LSU and Ed Orgeron agree to part ways

Ed Orgeron's teams at LSU have cashed tickets at a 41-25 ATS clip.

LSU and head football coach Ed Orgeron have agreed to part ways at the end of the 2021 season, Sports Illustrated’s Ross Dellenger reported early Sunday afternoon.

Orgeron went 49-17 straight up and 41-25 against the spread, winning the national championship in 2019 with one of the most dominant teams in college football history.

Since then, however, the Tigers have struggled to a 9-8 record. In fairness to Coach O, the 2020 team was set up to fail from the start. Fourteen LSU players were selected in the 2020 NFL Draft, several key returning players opted out of last year due to the global pandemic and Orgeron’s staff was gutted by the losses of offensive guru Joe Brady (OC Carolina Panthers) and defensive coordinator Dava Aranda (Baylor HC). Offensive coordinator Steve Ensminger retired at the end of the 2020 campaign.

In a Twitter post early Sunday evening, LSU Director of Athletics Scott Woodward offered his appreciation to Orgeron’s work for the football program since replacing Les Miles in the middle of the 2016 campaign. Then he ended his statement by saying, “The search for LSU Football’s next championship head coach begins now.”

Orgeron also released a statement on Twitter:

As always, Orgeron ended his message with his patented phrase, “Geaux Tigers.”

Orgeron filed for divorce from his long-time wife shortly after that remarkable 2019 season. Multiple reports have indicated that Orgeron’s enjoyment of his status as a single man created friction with the school’s brass.

There were other off-the-field issues that contributed to Orgeron’s demise. He rubbed some of his players the wrong way when he made a statement supporting former President Donald Trump during the height of the social-justice movement following the murder of George Floyd.

Make no mistake, Woodward is going big-game hunting in his search for Orgeron’s replacement. He was Texas A&M’s AD when he hired Jimbo Fisher away from FSU, a perennial national powerhouse during most of Bobby Bowden’s tenure and Fisher’s reign in Tallahassee.

After dozens of schools tried and failed to lure Chris Petersen away from Boise St. for the better part of a decade, it was Woodward who finally was able to talk Petersen into making a move during his tenure as Washington’s AD.

Woodward’s splash hire at LSU, where he arrived in 2019, was plucking Kim Mulkey away from Baylor to lead the Tigers’ women’s basketball program. Mulkey had won three national titles during her 21-year run in Waco, but Woodward was able to convince the Louisiana native to come back home.

LSU is a coveted job, easily one of the top-10 gigs in all of college football. The program has everything needed to compete for natties, including a large and passionate fan base, incredible facilities, plenty of money and some of the country’s most fertile recruiting grounds.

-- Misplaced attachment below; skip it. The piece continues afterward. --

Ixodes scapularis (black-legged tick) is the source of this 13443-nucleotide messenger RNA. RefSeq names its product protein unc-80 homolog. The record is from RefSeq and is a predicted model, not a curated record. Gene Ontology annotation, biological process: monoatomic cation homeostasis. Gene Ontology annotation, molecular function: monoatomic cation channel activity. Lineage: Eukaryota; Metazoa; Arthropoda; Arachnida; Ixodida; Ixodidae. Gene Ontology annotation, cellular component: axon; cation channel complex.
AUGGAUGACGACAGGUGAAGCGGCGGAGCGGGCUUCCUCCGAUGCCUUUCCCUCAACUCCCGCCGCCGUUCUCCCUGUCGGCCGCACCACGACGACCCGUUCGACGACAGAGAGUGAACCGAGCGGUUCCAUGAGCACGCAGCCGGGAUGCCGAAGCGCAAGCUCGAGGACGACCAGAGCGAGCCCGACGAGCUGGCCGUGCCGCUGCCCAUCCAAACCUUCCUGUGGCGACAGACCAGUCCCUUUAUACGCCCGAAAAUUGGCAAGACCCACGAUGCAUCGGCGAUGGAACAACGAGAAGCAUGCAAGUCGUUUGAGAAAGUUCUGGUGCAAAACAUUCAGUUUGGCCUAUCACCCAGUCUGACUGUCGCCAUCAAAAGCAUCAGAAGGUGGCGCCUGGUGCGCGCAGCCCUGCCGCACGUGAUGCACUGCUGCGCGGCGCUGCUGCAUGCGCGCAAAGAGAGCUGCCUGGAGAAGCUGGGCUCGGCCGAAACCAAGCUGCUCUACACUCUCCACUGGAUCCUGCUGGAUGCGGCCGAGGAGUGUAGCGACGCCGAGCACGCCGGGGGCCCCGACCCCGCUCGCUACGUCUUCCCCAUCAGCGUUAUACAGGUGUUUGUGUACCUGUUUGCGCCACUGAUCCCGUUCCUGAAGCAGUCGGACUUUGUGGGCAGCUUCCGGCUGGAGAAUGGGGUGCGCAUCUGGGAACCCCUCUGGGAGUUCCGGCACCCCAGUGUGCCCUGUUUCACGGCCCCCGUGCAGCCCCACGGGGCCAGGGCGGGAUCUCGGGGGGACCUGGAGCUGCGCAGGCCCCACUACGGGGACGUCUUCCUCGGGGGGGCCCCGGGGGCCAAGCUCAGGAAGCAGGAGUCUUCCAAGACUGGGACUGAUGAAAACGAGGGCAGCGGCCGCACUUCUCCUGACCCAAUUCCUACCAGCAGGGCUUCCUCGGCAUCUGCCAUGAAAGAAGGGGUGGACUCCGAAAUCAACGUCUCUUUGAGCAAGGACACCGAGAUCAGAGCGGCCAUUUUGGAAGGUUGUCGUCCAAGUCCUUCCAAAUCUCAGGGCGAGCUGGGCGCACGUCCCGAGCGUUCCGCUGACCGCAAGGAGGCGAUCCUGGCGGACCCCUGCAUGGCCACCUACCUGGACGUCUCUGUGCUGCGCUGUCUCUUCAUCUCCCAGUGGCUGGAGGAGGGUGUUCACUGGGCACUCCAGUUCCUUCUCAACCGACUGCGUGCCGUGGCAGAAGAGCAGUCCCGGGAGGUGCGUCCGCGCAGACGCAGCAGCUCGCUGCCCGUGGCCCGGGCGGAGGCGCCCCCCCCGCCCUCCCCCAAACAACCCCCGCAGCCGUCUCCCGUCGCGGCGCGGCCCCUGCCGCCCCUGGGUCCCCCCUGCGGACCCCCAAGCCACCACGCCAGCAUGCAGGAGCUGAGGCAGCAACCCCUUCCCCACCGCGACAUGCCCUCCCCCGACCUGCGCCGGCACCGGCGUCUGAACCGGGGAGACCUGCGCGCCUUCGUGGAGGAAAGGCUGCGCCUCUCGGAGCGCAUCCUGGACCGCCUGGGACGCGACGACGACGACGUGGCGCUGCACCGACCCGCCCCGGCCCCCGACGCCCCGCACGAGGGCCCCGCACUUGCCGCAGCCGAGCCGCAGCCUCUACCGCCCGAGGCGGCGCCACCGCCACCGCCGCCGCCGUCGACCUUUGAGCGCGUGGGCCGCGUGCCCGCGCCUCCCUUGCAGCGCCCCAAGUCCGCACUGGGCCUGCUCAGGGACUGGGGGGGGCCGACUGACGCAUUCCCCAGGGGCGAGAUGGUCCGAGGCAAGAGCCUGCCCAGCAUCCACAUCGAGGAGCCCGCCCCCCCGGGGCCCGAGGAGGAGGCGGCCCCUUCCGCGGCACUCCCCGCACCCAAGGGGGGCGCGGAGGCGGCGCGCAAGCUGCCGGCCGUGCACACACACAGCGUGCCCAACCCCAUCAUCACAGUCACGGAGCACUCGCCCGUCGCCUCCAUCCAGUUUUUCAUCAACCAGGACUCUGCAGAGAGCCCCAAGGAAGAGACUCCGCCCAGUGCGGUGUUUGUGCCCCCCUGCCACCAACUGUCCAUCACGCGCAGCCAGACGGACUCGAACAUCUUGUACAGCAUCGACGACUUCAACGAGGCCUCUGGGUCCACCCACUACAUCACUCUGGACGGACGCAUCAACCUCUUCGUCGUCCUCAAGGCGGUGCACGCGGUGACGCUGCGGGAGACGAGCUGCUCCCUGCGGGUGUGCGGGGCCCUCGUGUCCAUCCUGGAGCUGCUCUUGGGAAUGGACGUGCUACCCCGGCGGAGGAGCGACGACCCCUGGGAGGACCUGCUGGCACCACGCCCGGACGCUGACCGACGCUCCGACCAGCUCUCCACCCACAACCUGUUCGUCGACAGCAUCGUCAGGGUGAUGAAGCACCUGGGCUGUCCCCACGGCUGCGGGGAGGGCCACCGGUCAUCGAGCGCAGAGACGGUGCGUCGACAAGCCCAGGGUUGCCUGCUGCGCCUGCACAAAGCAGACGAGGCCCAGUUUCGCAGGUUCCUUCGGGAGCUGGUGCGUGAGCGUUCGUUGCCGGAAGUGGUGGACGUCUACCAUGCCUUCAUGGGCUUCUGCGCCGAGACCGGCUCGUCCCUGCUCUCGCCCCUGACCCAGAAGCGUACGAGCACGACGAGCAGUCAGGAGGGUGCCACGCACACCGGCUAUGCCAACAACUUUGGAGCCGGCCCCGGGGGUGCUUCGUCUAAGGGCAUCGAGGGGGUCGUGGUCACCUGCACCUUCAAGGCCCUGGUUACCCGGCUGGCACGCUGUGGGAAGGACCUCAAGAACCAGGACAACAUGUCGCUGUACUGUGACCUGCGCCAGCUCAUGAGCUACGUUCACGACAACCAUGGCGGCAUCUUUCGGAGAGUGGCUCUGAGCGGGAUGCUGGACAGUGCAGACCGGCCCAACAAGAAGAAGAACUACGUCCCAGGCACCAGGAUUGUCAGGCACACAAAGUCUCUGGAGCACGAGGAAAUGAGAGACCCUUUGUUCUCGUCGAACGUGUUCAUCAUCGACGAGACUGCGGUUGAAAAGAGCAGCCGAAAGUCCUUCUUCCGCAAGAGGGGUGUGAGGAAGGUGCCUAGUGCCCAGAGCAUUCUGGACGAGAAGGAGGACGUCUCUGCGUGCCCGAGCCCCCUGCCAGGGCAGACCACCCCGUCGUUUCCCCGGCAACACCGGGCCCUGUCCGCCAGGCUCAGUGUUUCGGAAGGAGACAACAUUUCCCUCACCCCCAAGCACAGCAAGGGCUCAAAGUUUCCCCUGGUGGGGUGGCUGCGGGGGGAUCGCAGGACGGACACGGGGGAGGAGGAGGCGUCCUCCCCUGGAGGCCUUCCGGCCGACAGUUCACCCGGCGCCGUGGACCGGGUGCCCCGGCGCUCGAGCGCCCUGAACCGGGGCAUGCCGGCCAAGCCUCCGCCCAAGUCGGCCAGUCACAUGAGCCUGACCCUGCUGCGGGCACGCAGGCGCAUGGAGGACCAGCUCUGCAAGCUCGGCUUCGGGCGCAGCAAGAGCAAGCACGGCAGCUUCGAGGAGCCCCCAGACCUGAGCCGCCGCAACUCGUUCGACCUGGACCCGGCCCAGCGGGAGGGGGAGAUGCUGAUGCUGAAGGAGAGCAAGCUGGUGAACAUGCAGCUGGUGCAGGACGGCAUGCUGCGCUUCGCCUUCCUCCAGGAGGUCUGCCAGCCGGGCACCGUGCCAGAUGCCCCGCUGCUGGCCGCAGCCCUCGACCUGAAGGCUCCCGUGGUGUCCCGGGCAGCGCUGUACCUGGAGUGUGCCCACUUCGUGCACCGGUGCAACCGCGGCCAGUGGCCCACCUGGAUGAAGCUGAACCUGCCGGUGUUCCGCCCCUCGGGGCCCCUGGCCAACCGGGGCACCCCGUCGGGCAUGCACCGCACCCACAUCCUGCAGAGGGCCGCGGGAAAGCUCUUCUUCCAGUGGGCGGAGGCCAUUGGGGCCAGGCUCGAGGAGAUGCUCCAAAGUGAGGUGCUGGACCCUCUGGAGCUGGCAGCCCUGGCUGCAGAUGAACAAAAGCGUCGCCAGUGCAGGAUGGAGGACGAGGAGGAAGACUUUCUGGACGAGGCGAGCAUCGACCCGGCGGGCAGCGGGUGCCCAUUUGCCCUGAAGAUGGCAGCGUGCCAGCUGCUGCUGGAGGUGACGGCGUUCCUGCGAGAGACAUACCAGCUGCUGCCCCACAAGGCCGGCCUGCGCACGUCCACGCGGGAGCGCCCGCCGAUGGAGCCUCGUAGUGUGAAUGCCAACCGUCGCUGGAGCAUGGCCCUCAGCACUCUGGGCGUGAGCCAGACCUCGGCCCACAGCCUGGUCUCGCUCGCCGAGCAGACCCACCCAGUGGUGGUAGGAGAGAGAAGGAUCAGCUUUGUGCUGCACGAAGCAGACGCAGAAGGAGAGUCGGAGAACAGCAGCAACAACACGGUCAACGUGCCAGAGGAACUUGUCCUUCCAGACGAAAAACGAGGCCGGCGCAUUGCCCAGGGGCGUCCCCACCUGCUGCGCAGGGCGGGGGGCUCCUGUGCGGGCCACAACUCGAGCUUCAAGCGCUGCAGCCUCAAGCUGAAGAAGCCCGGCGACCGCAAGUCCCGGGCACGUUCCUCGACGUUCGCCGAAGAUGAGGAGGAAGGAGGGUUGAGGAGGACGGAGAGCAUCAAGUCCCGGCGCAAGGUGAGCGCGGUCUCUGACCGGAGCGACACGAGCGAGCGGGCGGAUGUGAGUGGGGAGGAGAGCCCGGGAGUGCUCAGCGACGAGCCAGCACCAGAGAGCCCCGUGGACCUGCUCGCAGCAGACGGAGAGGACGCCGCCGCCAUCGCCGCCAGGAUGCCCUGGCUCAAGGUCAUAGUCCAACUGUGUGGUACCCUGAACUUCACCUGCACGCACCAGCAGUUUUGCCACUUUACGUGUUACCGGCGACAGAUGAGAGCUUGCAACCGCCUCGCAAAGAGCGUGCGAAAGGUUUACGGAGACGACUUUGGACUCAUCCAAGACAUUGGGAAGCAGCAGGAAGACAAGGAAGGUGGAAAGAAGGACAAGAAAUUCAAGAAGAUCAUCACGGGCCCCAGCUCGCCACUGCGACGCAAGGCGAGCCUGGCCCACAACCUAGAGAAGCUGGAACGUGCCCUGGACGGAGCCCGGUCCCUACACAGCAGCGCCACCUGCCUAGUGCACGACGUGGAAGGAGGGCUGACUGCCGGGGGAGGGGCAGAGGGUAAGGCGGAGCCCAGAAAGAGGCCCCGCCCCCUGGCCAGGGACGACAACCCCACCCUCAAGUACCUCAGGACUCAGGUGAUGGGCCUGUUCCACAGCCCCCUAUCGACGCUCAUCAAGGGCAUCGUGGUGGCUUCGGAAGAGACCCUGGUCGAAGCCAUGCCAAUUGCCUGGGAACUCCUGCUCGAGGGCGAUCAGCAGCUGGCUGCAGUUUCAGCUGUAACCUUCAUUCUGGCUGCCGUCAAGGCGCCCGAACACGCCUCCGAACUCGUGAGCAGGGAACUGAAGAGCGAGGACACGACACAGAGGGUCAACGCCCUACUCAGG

Baton Rouge is one hour away from New Orleans. It’s far enough West to recuit Texas and close enough to do damage in Florida.

Who are the top candidates to replace Orgeron? Well, Woodward has relationships with Fisher and Petersen, although the former Washington HC retired after the 2019 season and hasn’t expressed an interest in returning to the sidelines.

Fisher has a massive contract and seems happy in College Station, but you never know.

LSU men’s basketball program has been the subject of recent FBI and NCAA investigations, and the school is also in the midst of an ongoing Title IX investigation. Therefore, coaches with recent NCAA history (Liberty’s Hugh Freeze comes to mind) and/or off-the-field baggage (Jacksonville Jaguars HC Urban Meyer) are unlikely targets.

There’s another coveted gig open for the upcoming Silly Season. That would be USC, which pulled the plug on Clay Helton’s tenure back in September.

If Woodward likes Penn State’s James Franklin, he might have competition for the coach that thrived in the SEC while at Vanderbilt for three years. Other hot names include Cincinnati’s Luke Fickell, Oregon’s Mario Cristobal and Ole Miss’s Lane Kiffin.

William Tate IV became the first Black president in school history earlier this year. If Tate pushes for LSU to make a minority hire, perhaps Franklin and Michigan State’s Mel Tucker will get extra consideration?

The Athletic’s Brude Feldman already reported that there are multiple people in power at LSU that are high on Tucker, who has the Spartans undefeated in just his second year in East Lansing. (But would Tucker want to leave Michigan St. after only two years when he pulled a one-and-done at Colorado to take the Spartans’ job?)

As of Wednesday morning, BetOnline had Tucker listed as the +200 ‘chalk’ to become LSU’s next HC. Leading candidates include Kiffin (+500), Fickell (+600), Franklin (+650), Fisher (+750), Louisiana’s Billy Napier (+750), Alabama OC Bill O’Brien (+900) and Kentucky’s Mark Stoops (+950).

The other names on the board are Brady (+1200), ex-Oklahoma HC Bob Stoops (+1200), Aranda (+1400), Meyer (+1600) and former Raiders HC Jon Gruden (100/1).

Napier is right down the road in Lafayette, where he’s led the Ragin’ Cajuns to a 26-4 record in his last 30 games. Many feel like Brady is an “NFL guy,” but he’s a popular dude in Redstick.

Like Franklin, Fickell could be in the mix at USC. He was hired at UC by current USC AD Mike Bohn. Many think Fickell is eyeing the right Big Ten job, but he turned down Michigan St.’s overtures last year. Whatever the case, I find it hard to believe that Fickell would say no to LSU unless he just prefers the USC job (which is plausible).

Whatever the case, I’m not sure we should consider anyone outside of Nick Saban, Ryan Day and/or Kirby Smarts off limits for Woodward, who wants to make the biggest splash of his career in his first hire of an LSU football coach.

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